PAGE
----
This coming week is the launch of the #YouthStartCT competition. We are delighted to once again be the implementing partners for this key event.
The competition will see 100 entrants drawn from around Cape Town going through business activation training and pitching the business idea they entered.
I am unsure what entries will be on show this year, but if last year is a good gauge to go by, we should see some unique and impactful ideas going through from the original 100 eventually being weaned down to the top 10.
One of the factors that positions the uniqueness of the idea is the level of innovation embraced. Last year saw unique ideas in recycling; social interaction and fashion/design to name a few.
Make no mistake, entrepreneurs and businesses are constantly looking for that product or service that will give them a sustainable edge and advantage. The door to this is mainly through innovation.
So what is innovation?
Innovation is simply doing or making something differently to meet a perceived need or gap in the marketplace.
Innovation is not merely doing something differently for difference’s sake. Therefore innovation can happen in any industry that uses a procedure that can be changed.
An example of an innovator is George Washington Carver, (born 1861 died 1943), an American agricultural chemist, agronomist, and experimenter whose development of new products derived from peanuts (groundnuts), sweet potatoes, and soybeans helped revolutionise the agricultural economy of the South.
He actually patented over 300 derivative products from peanuts; among them milk, flour, ink, dyes, plastics, wood stains, soap, linoleum, medicinal oils, and cosmetics. Generally, innovation involves creative thinking that isn’t from a traditional viewpoint. It can be difficult when you’re very familiar with something to see it in another way. So several techniques have evolved to help you in this process.
The next question is which technique or tool to use to increase your own innovation engagement?
A popular and simple one is found in the acronym SCAMPER.
SCAMPER is based on the notion that everything new is a modification of something that already exists.
Each letter in the acronym represents a different way you can play with the characteristics of what is challenging you to trigger new ideas:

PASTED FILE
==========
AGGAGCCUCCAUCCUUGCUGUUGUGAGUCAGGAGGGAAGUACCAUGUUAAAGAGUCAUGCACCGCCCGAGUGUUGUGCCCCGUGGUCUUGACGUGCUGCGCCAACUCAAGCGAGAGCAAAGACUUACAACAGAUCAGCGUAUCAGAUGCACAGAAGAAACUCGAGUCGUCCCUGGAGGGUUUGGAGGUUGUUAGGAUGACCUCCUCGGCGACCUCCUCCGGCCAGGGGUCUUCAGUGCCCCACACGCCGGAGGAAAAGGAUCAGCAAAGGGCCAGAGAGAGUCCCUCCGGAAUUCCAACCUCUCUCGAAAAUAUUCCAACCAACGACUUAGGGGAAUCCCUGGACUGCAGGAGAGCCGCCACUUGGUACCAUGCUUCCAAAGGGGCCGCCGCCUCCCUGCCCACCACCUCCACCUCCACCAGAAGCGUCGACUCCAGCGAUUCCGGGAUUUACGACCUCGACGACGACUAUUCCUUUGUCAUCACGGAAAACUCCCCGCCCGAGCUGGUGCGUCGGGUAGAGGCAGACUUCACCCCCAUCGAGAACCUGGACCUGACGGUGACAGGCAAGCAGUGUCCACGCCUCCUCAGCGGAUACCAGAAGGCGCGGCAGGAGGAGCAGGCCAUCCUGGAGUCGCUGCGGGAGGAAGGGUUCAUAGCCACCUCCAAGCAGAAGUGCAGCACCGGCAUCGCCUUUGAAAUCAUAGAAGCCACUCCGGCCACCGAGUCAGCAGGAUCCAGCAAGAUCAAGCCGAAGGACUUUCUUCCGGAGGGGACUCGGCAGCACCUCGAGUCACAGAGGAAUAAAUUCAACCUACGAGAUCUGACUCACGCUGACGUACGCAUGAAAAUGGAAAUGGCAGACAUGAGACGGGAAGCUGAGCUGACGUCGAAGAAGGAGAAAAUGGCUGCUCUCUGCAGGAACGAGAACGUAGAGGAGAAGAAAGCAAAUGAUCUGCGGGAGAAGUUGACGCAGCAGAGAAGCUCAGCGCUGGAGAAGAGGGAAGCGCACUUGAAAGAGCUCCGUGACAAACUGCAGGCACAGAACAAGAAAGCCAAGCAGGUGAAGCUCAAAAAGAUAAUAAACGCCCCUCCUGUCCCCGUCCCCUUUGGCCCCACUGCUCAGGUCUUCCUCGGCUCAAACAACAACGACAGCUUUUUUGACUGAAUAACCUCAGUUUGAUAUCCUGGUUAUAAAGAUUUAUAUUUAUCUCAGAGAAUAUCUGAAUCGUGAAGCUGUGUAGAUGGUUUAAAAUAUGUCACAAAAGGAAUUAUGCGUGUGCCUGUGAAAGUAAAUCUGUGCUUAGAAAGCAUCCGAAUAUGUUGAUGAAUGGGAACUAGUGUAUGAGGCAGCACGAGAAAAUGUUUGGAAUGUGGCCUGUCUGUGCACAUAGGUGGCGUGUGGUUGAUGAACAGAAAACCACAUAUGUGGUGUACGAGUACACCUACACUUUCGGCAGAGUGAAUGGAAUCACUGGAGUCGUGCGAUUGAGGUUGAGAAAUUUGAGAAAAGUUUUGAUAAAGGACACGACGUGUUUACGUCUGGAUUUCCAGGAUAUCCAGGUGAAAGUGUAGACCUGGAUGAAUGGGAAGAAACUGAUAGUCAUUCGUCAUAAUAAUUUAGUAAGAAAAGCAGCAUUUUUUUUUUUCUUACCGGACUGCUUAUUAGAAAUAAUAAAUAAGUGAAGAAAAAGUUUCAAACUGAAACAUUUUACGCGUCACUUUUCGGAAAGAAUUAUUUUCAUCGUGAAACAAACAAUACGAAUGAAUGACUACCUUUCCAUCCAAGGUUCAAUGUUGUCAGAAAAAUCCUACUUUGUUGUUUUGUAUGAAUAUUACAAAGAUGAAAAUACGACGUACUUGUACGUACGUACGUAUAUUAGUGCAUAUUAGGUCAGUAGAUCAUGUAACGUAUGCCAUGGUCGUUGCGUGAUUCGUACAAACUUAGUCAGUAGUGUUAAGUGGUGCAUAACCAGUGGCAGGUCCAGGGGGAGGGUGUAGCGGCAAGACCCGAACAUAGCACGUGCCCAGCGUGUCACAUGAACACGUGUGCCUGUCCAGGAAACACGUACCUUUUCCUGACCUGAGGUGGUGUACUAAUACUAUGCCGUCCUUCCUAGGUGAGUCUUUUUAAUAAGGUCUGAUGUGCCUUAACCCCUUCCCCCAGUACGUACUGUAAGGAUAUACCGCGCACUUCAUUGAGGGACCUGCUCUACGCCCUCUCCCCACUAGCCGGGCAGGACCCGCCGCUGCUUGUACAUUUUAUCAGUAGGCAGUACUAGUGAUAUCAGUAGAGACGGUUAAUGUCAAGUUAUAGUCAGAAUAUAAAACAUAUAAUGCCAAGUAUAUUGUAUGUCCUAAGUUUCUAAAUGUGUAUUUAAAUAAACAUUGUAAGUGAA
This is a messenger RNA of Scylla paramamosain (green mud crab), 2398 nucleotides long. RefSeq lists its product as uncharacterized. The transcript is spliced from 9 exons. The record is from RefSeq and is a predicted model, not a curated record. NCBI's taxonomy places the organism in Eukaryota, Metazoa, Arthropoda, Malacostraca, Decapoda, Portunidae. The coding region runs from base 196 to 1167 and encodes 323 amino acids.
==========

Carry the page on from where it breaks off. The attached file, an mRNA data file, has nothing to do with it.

S = Substitute
C = Combine
A = Adapt
M = Magnify
P = Put to Other Uses
E = Eliminate (or Minify)
R = Rearrange (or Reverse)
To use the SCAMPER technique, first state the problem you’d like to solve or the idea you’d like to develop. It can be anything: a challenge in your personal life or business; or maybe a product, service or process you want to improve.
It is surprising how many products have been developed using SCAMPER even if people were not aware of using it as a an ideas generation framework.
Look at your mobile phone, it substitutes and combines so many things: phone; camera; torch; GPS; calculator; storage device; etc.
Think of how all the apps have added to the functionality of your humble smartphone.
Each iteration not only adds to the functionality but apps then adapt, modify and bring additional functions.
This SCAMPER tool can be used in many ways.
Consider its application in improving sales within your business.
Following the SCAMPER recipe, here are a few questions you could ask:
S (Substitute): “What can I substitute in my selling process?”
C (Combine): “How can I combine selling with other activities?”
A (Adapt): “What can I adapt or copy from someone else’s selling process?”
M (Magnify): “What can I magnify or put more emphasis on when selling?”
P (Put to Other Uses): “How can I put my selling to other uses?”
E (Eliminate): “What can I eliminate or simplify in my selling process?”
R (Rearrange): “How can I change, reorder or reverse the way I sell?”
By thinking through the acronym and applying it systematically, one should be able to “uncover” a few key ways to improve the products, services or processes within your business.
Here are examples applied within industry and well-known businesses.
A mobile phone was combined with a camera and then an MP3 player. The roll-on deodorant was an idea adapted from the ballpoint pen. Restaurants that offer all you can eat have maximised their proposition.
A low-cost airline like SAFAIR has minimised (or eliminated) many elements of service.
De Beers put industrial diamonds to other use when they launched engagement rings.
Dell Computers and Amazon eliminated the intermediary.
McDonald’s rearranged the conventional restaurant by getting customers to pay first and then eat.
I think the magic of this process is that it can help us take our every day, ordinary and sometimes mundane world and transform it into value adding products, services and ideas through thinking and acting innovatively.
Steve Reid is the manager of the Centre for Entrepreneurship at False Bay College.
Email firstname.lastname@example.org or visit www.falsebayincubate.co.za for more about the CFE.